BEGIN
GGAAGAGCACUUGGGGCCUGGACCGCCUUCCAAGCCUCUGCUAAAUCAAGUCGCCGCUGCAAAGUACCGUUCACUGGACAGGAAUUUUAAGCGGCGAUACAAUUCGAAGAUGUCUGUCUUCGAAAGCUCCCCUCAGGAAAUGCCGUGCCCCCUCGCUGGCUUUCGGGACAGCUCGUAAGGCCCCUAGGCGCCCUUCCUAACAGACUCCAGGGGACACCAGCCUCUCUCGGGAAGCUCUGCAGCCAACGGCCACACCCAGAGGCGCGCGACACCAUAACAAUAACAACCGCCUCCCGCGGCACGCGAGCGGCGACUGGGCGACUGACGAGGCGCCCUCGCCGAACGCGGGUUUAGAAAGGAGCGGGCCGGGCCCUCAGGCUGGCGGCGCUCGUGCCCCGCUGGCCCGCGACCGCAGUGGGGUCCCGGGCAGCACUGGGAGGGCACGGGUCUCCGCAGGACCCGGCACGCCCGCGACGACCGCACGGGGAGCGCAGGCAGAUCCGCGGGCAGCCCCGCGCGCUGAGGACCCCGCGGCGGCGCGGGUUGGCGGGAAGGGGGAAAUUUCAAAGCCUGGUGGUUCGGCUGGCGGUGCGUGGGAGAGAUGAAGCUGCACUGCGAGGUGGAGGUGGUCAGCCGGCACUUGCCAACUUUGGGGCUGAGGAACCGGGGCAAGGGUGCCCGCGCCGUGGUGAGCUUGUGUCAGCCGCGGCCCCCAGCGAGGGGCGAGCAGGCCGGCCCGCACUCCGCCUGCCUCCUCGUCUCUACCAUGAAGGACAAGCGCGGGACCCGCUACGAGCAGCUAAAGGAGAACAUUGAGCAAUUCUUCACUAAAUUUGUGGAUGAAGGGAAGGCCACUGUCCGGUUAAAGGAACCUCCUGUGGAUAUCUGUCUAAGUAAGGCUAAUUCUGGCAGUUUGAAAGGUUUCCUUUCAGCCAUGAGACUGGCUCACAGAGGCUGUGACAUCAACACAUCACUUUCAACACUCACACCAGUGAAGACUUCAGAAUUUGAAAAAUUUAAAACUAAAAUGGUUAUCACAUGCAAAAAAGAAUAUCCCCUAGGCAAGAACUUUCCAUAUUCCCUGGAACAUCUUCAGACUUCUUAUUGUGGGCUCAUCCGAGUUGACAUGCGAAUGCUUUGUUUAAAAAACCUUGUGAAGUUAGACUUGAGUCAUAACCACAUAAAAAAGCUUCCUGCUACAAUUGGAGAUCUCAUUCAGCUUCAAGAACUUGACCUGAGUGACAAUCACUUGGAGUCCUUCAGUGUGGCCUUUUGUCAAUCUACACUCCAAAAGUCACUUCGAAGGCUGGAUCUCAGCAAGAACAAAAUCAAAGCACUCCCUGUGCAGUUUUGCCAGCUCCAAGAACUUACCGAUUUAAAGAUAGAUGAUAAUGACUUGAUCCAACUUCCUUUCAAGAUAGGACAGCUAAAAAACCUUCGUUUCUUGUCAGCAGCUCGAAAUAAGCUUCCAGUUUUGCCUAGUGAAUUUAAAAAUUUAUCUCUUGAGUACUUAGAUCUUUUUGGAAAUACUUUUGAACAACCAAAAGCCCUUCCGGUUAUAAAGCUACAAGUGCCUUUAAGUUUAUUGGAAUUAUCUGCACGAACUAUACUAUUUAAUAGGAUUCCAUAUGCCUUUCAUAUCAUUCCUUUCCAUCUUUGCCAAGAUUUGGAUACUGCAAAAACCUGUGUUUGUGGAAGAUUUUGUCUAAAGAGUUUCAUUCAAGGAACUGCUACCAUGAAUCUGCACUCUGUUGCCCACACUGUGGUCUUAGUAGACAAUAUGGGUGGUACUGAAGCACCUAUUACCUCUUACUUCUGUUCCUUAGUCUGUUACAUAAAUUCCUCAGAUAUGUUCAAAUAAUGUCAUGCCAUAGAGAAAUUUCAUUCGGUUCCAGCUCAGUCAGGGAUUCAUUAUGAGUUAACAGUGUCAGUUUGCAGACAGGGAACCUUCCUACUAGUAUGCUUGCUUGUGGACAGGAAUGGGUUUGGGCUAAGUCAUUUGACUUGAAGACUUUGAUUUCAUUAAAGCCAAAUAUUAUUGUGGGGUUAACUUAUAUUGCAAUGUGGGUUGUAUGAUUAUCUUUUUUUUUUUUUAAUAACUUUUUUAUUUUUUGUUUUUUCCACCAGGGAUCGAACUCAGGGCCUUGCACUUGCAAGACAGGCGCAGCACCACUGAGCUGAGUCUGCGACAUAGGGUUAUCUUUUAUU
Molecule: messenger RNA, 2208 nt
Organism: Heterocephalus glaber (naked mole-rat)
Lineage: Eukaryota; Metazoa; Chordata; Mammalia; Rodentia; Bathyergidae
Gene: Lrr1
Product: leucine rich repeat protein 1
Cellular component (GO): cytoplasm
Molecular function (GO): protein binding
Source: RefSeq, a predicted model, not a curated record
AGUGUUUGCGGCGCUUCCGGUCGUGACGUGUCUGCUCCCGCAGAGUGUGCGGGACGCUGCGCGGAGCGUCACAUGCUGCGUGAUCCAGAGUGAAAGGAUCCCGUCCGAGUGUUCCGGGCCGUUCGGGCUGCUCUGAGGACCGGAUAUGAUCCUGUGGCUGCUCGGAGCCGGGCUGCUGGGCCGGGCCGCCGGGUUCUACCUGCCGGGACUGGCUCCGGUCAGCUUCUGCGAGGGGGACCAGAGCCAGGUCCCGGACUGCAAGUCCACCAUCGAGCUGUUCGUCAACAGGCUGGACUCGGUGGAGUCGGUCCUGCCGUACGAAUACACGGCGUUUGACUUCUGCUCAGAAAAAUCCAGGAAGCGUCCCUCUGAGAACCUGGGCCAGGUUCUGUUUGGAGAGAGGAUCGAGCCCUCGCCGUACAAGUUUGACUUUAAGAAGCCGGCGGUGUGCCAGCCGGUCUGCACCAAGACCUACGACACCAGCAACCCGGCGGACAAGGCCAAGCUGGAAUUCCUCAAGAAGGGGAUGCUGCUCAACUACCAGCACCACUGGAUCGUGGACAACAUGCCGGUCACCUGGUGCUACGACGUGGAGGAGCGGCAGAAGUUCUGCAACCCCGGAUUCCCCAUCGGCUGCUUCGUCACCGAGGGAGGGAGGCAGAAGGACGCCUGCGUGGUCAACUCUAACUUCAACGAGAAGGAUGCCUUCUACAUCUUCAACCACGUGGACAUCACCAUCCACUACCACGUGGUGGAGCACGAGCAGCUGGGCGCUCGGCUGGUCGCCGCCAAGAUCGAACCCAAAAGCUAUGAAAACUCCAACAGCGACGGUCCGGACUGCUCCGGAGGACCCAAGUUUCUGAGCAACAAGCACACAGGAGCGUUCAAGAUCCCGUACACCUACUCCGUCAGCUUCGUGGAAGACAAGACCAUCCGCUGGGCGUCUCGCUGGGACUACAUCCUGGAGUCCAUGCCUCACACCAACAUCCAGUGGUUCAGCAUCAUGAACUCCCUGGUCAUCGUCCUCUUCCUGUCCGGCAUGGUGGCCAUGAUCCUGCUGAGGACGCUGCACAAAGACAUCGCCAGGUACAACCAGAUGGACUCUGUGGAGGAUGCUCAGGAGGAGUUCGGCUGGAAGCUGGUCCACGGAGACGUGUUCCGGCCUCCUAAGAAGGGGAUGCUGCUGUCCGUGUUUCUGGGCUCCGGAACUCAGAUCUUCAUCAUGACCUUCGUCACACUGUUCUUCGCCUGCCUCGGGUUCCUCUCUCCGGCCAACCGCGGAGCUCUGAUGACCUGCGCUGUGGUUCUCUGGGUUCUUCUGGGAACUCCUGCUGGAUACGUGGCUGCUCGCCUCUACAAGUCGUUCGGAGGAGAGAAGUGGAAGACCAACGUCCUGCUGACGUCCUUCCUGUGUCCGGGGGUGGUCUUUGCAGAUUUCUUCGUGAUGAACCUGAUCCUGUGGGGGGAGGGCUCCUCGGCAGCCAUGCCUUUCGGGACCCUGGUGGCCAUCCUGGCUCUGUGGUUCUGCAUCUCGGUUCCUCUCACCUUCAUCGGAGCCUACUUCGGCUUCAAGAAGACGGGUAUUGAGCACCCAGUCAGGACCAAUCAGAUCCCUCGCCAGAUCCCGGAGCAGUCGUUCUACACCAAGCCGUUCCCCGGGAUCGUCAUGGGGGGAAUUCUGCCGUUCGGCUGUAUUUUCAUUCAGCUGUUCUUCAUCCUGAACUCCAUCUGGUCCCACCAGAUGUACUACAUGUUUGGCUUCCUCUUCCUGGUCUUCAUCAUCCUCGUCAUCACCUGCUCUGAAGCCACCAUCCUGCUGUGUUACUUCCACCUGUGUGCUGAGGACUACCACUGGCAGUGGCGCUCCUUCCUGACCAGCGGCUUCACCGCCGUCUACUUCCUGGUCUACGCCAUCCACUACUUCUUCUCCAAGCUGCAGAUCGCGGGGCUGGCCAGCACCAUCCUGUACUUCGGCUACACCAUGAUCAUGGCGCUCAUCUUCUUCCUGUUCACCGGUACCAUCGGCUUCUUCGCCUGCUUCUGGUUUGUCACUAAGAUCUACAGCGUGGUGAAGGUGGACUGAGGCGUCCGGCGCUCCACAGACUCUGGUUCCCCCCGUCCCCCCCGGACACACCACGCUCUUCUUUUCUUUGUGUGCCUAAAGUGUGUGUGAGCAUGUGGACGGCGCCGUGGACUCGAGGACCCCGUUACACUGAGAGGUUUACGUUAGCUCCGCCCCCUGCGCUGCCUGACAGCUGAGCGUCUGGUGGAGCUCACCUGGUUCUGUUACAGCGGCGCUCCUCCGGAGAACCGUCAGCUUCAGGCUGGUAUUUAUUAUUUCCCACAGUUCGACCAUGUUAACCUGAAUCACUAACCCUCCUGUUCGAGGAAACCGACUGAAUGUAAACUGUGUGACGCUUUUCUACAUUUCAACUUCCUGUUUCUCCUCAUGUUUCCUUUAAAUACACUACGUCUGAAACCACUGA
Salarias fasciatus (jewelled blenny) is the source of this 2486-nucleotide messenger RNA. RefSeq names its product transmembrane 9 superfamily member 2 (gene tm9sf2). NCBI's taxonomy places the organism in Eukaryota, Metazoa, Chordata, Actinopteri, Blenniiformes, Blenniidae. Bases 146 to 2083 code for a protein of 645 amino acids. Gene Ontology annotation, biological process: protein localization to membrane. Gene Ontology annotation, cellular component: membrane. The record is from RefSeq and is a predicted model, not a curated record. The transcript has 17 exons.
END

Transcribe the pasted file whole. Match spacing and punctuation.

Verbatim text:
GGAAGAGCACUUGGGGCCUGGACCGCCUUCCAAGCCUCUGCUAAAUCAAGUCGCCGCUGCAAAGUACCGUUCACUGGACAGGAAUUUUAAGCGGCGAUACAAUUCGAAGAUGUCUGUCUUCGAAAGCUCCCCUCAGGAAAUGCCGUGCCCCCUCGCUGGCUUUCGGGACAGCUCGUAAGGCCCCUAGGCGCCCUUCCUAACAGACUCCAGGGGACACCAGCCUCUCUCGGGAAGCUCUGCAGCCAACGGCCACACCCAGAGGCGCGCGACACCAUAACAAUAACAACCGCCUCCCGCGGCACGCGAGCGGCGACUGGGCGACUGACGAGGCGCCCUCGCCGAACGCGGGUUUAGAAAGGAGCGGGCCGGGCCCUCAGGCUGGCGGCGCUCGUGCCCCGCUGGCCCGCGACCGCAGUGGGGUCCCGGGCAGCACUGGGAGGGCACGGGUCUCCGCAGGACCCGGCACGCCCGCGACGACCGCACGGGGAGCGCAGGCAGAUCCGCGGGCAGCCCCGCGCGCUGAGGACCCCGCGGCGGCGCGGGUUGGCGGGAAGGGGGAAAUUUCAAAGCCUGGUGGUUCGGCUGGCGGUGCGUGGGAGAGAUGAAGCUGCACUGCGAGGUGGAGGUGGUCAGCCGGCACUUGCCAACUUUGGGGCUGAGGAACCGGGGCAAGGGUGCCCGCGCCGUGGUGAGCUUGUGUCAGCCGCGGCCCCCAGCGAGGGGCGAGCAGGCCGGCCCGCACUCCGCCUGCCUCCUCGUCUCUACCAUGAAGGACAAGCGCGGGACCCGCUACGAGCAGCUAAAGGAGAACAUUGAGCAAUUCUUCACUAAAUUUGUGGAUGAAGGGAAGGCCACUGUCCGGUUAAAGGAACCUCCUGUGGAUAUCUGUCUAAGUAAGGCUAAUUCUGGCAGUUUGAAAGGUUUCCUUUCAGCCAUGAGACUGGCUCACAGAGGCUGUGACAUCAACACAUCACUUUCAACACUCACACCAGUGAAGACUUCAGAAUUUGAAAAAUUUAAAACUAAAAUGGUUAUCACAUGCAAAAAAGAAUAUCCCCUAGGCAAGAACUUUCCAUAUUCCCUGGAACAUCUUCAGACUUCUUAUUGUGGGCUCAUCCGAGUUGACAUGCGAAUGCUUUGUUUAAAAAACCUUGUGAAGUUAGACUUGAGUCAUAACCACAUAAAAAAGCUUCCUGCUACAAUUGGAGAUCUCAUUCAGCUUCAAGAACUUGACCUGAGUGACAAUCACUUGGAGUCCUUCAGUGUGGCCUUUUGUCAAUCUACACUCCAAAAGUCACUUCGAAGGCUGGAUCUCAGCAAGAACAAAAUCAAAGCACUCCCUGUGCAGUUUUGCCAGCUCCAAGAACUUACCGAUUUAAAGAUAGAUGAUAAUGACUUGAUCCAACUUCCUUUCAAGAUAGGACAGCUAAAAAACCUUCGUUUCUUGUCAGCAGCUCGAAAUAAGCUUCCAGUUUUGCCUAGUGAAUUUAAAAAUUUAUCUCUUGAGUACUUAGAUCUUUUUGGAAAUACUUUUGAACAACCAAAAGCCCUUCCGGUUAUAAAGCUACAAGUGCCUUUAAGUUUAUUGGAAUUAUCUGCACGAACUAUACUAUUUAAUAGGAUUCCAUAUGCCUUUCAUAUCAUUCCUUUCCAUCUUUGCCAAGAUUUGGAUACUGCAAAAACCUGUGUUUGUGGAAGAUUUUGUCUAAAGAGUUUCAUUCAAGGAACUGCUACCAUGAAUCUGCACUCUGUUGCCCACACUGUGGUCUUAGUAGACAAUAUGGGUGGUACUGAAGCACCUAUUACCUCUUACUUCUGUUCCUUAGUCUGUUACAUAAAUUCCUCAGAUAUGUUCAAAUAAUGUCAUGCCAUAGAGAAAUUUCAUUCGGUUCCAGCUCAGUCAGGGAUUCAUUAUGAGUUAACAGUGUCAGUUUGCAGACAGGGAACCUUCCUACUAGUAUGCUUGCUUGUGGACAGGAAUGGGUUUGGGCUAAGUCAUUUGACUUGAAGACUUUGAUUUCAUUAAAGCCAAAUAUUAUUGUGGGGUUAACUUAUAUUGCAAUGUGGGUUGUAUGAUUAUCUUUUUUUUUUUUUAAUAACUUUUUUAUUUUUUGUUUUUUCCACCAGGGAUCGAACUCAGGGCCUUGCACUUGCAAGACAGGCGCAGCACCACUGAGCUGAGUCUGCGACAUAGGGUUAUCUUUUAUU
Molecule: messenger RNA, 2208 nt
Organism: Heterocephalus glaber (naked mole-rat)
Lineage: Eukaryota; Metazoa; Chordata; Mammalia; Rodentia; Bathyergidae
Gene: Lrr1
Product: leucine rich repeat protein 1
Cellular component (GO): cytoplasm
Molecular function (GO): protein binding
Source: RefSeq, a predicted model, not a curated record
AGUGUUUGCGGCGCUUCCGGUCGUGACGUGUCUGCUCCCGCAGAGUGUGCGGGACGCUGCGCGGAGCGUCACAUGCUGCGUGAUCCAGAGUGAAAGGAUCCCGUCCGAGUGUUCCGGGCCGUUCGGGCUGCUCUGAGGACCGGAUAUGAUCCUGUGGCUGCUCGGAGCCGGGCUGCUGGGCCGGGCCGCCGGGUUCUACCUGCCGGGACUGGCUCCGGUCAGCUUCUGCGAGGGGGACCAGAGCCAGGUCCCGGACUGCAAGUCCACCAUCGAGCUGUUCGUCAACAGGCUGGACUCGGUGGAGUCGGUCCUGCCGUACGAAUACACGGCGUUUGACUUCUGCUCAGAAAAAUCCAGGAAGCGUCCCUCUGAGAACCUGGGCCAGGUUCUGUUUGGAGAGAGGAUCGAGCCCUCGCCGUACAAGUUUGACUUUAAGAAGCCGGCGGUGUGCCAGCCGGUCUGCACCAAGACCUACGACACCAGCAACCCGGCGGACAAGGCCAAGCUGGAAUUCCUCAAGAAGGGGAUGCUGCUCAACUACCAGCACCACUGGAUCGUGGACAACAUGCCGGUCACCUGGUGCUACGACGUGGAGGAGCGGCAGAAGUUCUGCAACCCCGGAUUCCCCAUCGGCUGCUUCGUCACCGAGGGAGGGAGGCAGAAGGACGCCUGCGUGGUCAACUCUAACUUCAACGAGAAGGAUGCCUUCUACAUCUUCAACCACGUGGACAUCACCAUCCACUACCACGUGGUGGAGCACGAGCAGCUGGGCGCUCGGCUGGUCGCCGCCAAGAUCGAACCCAAAAGCUAUGAAAACUCCAACAGCGACGGUCCGGACUGCUCCGGAGGACCCAAGUUUCUGAGCAACAAGCACACAGGAGCGUUCAAGAUCCCGUACACCUACUCCGUCAGCUUCGUGGAAGACAAGACCAUCCGCUGGGCGUCUCGCUGGGACUACAUCCUGGAGUCCAUGCCUCACACCAACAUCCAGUGGUUCAGCAUCAUGAACUCCCUGGUCAUCGUCCUCUUCCUGUCCGGCAUGGUGGCCAUGAUCCUGCUGAGGACGCUGCACAAAGACAUCGCCAGGUACAACCAGAUGGACUCUGUGGAGGAUGCUCAGGAGGAGUUCGGCUGGAAGCUGGUCCACGGAGACGUGUUCCGGCCUCCUAAGAAGGGGAUGCUGCUGUCCGUGUUUCUGGGCUCCGGAACUCAGAUCUUCAUCAUGACCUUCGUCACACUGUUCUUCGCCUGCCUCGGGUUCCUCUCUCCGGCCAACCGCGGAGCUCUGAUGACCUGCGCUGUGGUUCUCUGGGUUCUUCUGGGAACUCCUGCUGGAUACGUGGCUGCUCGCCUCUACAAGUCGUUCGGAGGAGAGAAGUGGAAGACCAACGUCCUGCUGACGUCCUUCCUGUGUCCGGGGGUGGUCUUUGCAGAUUUCUUCGUGAUGAACCUGAUCCUGUGGGGGGAGGGCUCCUCGGCAGCCAUGCCUUUCGGGACCCUGGUGGCCAUCCUGGCUCUGUGGUUCUGCAUCUCGGUUCCUCUCACCUUCAUCGGAGCCUACUUCGGCUUCAAGAAGACGGGUAUUGAGCACCCAGUCAGGACCAAUCAGAUCCCUCGCCAGAUCCCGGAGCAGUCGUUCUACACCAAGCCGUUCCCCGGGAUCGUCAUGGGGGGAAUUCUGCCGUUCGGCUGUAUUUUCAUUCAGCUGUUCUUCAUCCUGAACUCCAUCUGGUCCCACCAGAUGUACUACAUGUUUGGCUUCCUCUUCCUGGUCUUCAUCAUCCUCGUCAUCACCUGCUCUGAAGCCACCAUCCUGCUGUGUUACUUCCACCUGUGUGCUGAGGACUACCACUGGCAGUGGCGCUCCUUCCUGACCAGCGGCUUCACCGCCGUCUACUUCCUGGUCUACGCCAUCCACUACUUCUUCUCCAAGCUGCAGAUCGCGGGGCUGGCCAGCACCAUCCUGUACUUCGGCUACACCAUGAUCAUGGCGCUCAUCUUCUUCCUGUUCACCGGUACCAUCGGCUUCUUCGCCUGCUUCUGGUUUGUCACUAAGAUCUACAGCGUGGUGAAGGUGGACUGAGGCGUCCGGCGCUCCACAGACUCUGGUUCCCCCCGUCCCCCCCGGACACACCACGCUCUUCUUUUCUUUGUGUGCCUAAAGUGUGUGUGAGCAUGUGGACGGCGCCGUGGACUCGAGGACCCCGUUACACUGAGAGGUUUACGUUAGCUCCGCCCCCUGCGCUGCCUGACAGCUGAGCGUCUGGUGGAGCUCACCUGGUUCUGUUACAGCGGCGCUCCUCCGGAGAACCGUCAGCUUCAGGCUGGUAUUUAUUAUUUCCCACAGUUCGACCAUGUUAACCUGAAUCACUAACCCUCCUGUUCGAGGAAACCGACUGAAUGUAAACUGUGUGACGCUUUUCUACAUUUCAACUUCCUGUUUCUCCUCAUGUUUCCUUUAAAUACACUACGUCUGAAACCACUGA
Salarias fasciatus (jewelled blenny) is the source of this 2486-nucleotide messenger RNA. RefSeq names its product transmembrane 9 superfamily member 2 (gene tm9sf2). NCBI's taxonomy places the organism in Eukaryota, Metazoa, Chordata, Actinopteri, Blenniiformes, Blenniidae. Bases 146 to 2083 code for a protein of 645 amino acids. Gene Ontology annotation, biological process: protein localization to membrane. Gene Ontology annotation, cellular component: membrane. The record is from RefSeq and is a predicted model, not a curated record. The transcript has 17 exons.